A lot or a little?
The parents' guide to what's in this movie.
What parents need to know
Parents need to know that Boys vs. Girls is a Canadian comedy about a beloved summer camp that experiments with going co-ed for the first time. Lead counselors Dale (Eric Osborne) and Amber (Rachel Dagenais) are involved in a budding romance that sets the tone for the camp's battle of the sexes. The film's humor is what you'd likely expect from a summer camp comedy, with a fair bit of sexual and drug-related humor. There are allusions to porn, rude hand gestures, and underage smoking. There's also strong language ("f--k," "bitch," and more) and a scene that includes Native American stereotypes. But fans of Whose Line Is It Anyway? and The Kids in the Hall will enjoy seeing co-stars Colin Mochrie (as a harried camp director) and Kevin McDonald (as a quirky groundskeeper), and the storyline ultimately promotes teamwork.
What's the story?
In BOYS VS. GIRLS, Dale (Eric Osborne) and Amber (Rachel Dagenais) are the two head counselors at Camp Kindlewood, a camp that's traditionally separated boy and girl campers. But park director Roger (Colin Mochrie) has a new idea for camp this year: bringing the two groups together to make Camp Kindlewood co-ed. Dale, Amber, and their fellow counselors proceed to use the camp's various competitions to turn Kindlewood into either a boys-only camp or a girls-only camp, with the losing gender being unable to apply for camp counselor positions the next year. But once they learn that corporate bureaucrats are threatening to close the camp forever, they come together to keep their beloved summer gathering spot open for everyone to enjoy. Along the way, Dale and Amber work through their mistake-laden courtship, finally realizing that fighting doesn't lead to a happy relationship.
Is it any good?
Writer/director Michael Stasko brings some of the familiar levity from other summer camp comedies to this film but dials the raunchiness down for younger viewers. Boys vs. Girls is a quick film if you're looking for a short diversion. But the pacing is a little slow in the beginning, with the film eventually finding its footing toward the middle of the storyline. It gets compelling once the gender wars ramp up, leading to a lot of funny moments. Overall, though, the actors who carry the film aren't the leads. Instead, the comedic muscles of Boys vs. Girls are Mochrie as camp director Roger; Kevin McDonald as park groundskeeper Coffee; Jesse Camacho as Ben; a camp counselor with Chris Farley-esque energy; and Michala Brasseur as Dany, a goth camp counselor who's always focused on the occult. Other cast members buoying the film's comedy include Samantha Helt as mallrat Tiffany, Tim Dowler-Coltman as silent heartthrob Bo, Romeo Carere as rap wannabe Hip-Hop, and Nia Roam as type-A camp counselor Donna.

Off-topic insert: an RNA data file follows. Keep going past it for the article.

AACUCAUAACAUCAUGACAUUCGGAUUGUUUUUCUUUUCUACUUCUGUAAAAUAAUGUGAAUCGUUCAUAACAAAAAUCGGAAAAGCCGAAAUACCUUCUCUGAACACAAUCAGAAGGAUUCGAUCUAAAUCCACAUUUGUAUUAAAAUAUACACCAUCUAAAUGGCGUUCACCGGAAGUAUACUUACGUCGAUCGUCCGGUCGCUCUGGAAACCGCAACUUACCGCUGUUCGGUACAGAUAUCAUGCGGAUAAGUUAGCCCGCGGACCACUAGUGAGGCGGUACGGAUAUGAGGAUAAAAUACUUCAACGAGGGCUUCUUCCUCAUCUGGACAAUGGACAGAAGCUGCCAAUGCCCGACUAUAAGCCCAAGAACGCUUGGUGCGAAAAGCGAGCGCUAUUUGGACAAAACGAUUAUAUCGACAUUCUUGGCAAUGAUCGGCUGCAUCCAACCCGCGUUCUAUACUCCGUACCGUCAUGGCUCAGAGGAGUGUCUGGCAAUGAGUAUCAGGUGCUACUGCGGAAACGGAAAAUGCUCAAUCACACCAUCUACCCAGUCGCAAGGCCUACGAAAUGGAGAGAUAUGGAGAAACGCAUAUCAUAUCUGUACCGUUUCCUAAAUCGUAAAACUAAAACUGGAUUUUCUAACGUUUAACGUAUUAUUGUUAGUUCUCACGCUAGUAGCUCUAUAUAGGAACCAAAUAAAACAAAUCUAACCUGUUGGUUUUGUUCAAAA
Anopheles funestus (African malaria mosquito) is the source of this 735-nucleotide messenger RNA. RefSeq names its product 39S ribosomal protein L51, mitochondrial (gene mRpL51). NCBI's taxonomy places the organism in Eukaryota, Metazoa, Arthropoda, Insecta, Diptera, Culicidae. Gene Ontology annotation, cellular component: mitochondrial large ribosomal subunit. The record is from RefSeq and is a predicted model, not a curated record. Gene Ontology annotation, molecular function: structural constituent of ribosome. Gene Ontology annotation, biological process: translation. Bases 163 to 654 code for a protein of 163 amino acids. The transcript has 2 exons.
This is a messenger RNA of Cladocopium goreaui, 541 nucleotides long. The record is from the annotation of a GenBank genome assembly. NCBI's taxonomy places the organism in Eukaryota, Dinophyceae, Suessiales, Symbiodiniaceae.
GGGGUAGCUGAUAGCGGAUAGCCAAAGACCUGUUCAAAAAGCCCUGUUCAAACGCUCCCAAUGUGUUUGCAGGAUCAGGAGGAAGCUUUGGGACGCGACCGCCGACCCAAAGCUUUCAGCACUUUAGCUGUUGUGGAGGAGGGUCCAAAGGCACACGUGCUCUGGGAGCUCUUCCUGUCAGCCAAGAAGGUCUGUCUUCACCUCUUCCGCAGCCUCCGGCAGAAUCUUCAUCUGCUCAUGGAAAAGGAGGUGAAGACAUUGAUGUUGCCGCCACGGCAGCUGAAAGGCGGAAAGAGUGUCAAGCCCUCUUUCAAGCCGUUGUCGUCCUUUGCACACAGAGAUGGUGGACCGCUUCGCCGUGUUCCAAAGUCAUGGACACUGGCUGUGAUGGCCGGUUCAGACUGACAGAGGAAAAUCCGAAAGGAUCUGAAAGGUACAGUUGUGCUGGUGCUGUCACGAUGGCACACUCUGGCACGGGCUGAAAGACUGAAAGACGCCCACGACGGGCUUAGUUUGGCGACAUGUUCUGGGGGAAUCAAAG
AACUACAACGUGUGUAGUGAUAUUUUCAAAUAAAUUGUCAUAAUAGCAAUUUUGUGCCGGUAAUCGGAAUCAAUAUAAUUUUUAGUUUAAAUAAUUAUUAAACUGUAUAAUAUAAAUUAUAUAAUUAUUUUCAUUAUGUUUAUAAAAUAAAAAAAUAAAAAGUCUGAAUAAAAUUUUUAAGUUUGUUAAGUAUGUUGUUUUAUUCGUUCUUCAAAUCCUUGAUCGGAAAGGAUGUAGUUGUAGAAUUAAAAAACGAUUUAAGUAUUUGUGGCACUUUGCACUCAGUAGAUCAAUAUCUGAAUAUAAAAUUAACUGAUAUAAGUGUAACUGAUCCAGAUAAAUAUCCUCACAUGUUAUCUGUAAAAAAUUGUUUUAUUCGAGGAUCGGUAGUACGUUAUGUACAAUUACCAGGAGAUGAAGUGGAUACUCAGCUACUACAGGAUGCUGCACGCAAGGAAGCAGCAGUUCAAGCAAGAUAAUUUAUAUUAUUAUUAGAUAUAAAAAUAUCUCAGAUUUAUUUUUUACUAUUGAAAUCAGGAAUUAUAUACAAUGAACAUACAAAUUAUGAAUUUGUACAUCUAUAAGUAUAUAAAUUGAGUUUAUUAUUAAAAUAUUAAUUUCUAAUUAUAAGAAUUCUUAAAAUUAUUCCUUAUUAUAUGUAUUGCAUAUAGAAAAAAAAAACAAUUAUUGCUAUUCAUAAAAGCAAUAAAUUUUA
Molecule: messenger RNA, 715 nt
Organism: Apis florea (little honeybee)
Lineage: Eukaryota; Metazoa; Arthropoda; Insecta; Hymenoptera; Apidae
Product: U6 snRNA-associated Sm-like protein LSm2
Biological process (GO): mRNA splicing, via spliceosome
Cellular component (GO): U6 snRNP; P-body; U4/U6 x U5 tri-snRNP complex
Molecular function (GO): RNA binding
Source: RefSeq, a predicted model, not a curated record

That's not to say that Osborne and Dagenais bring the film down in any way. Instead, they fill a "straight man" comedic role, allowing everyone else to bring more extremes to their characters. As a whole, the cast brings a new flavor to the tried-and-true conceit of "girls against boys." If you're a fan of summer camp movies, you'll have fun watching this with teens, as the humor is adult enough for parents but not too explicit for teenagers. Aside from the edgier humor, watch for a scene that illustrates an end-of-summer "ritual" of sorts in which kids are stereotypically dressed like Native Americans and act in a stereotypical manner. But apart from that and some pacing issues, Boys vs. Girls is sure to provide laughs to its audience.
Talk to your kids about ...
Families can talk about teamwork. What does teamwork mean to you? What are positive outcomes that can come from teamwork? How can you encourage teamwork among your friends and family?
How does a lack of teamwork harm others? When have you engaged in teamwork to solve a problem?
Why do you think movies about summer camp are popular? Have you seen others? How does this one compare?
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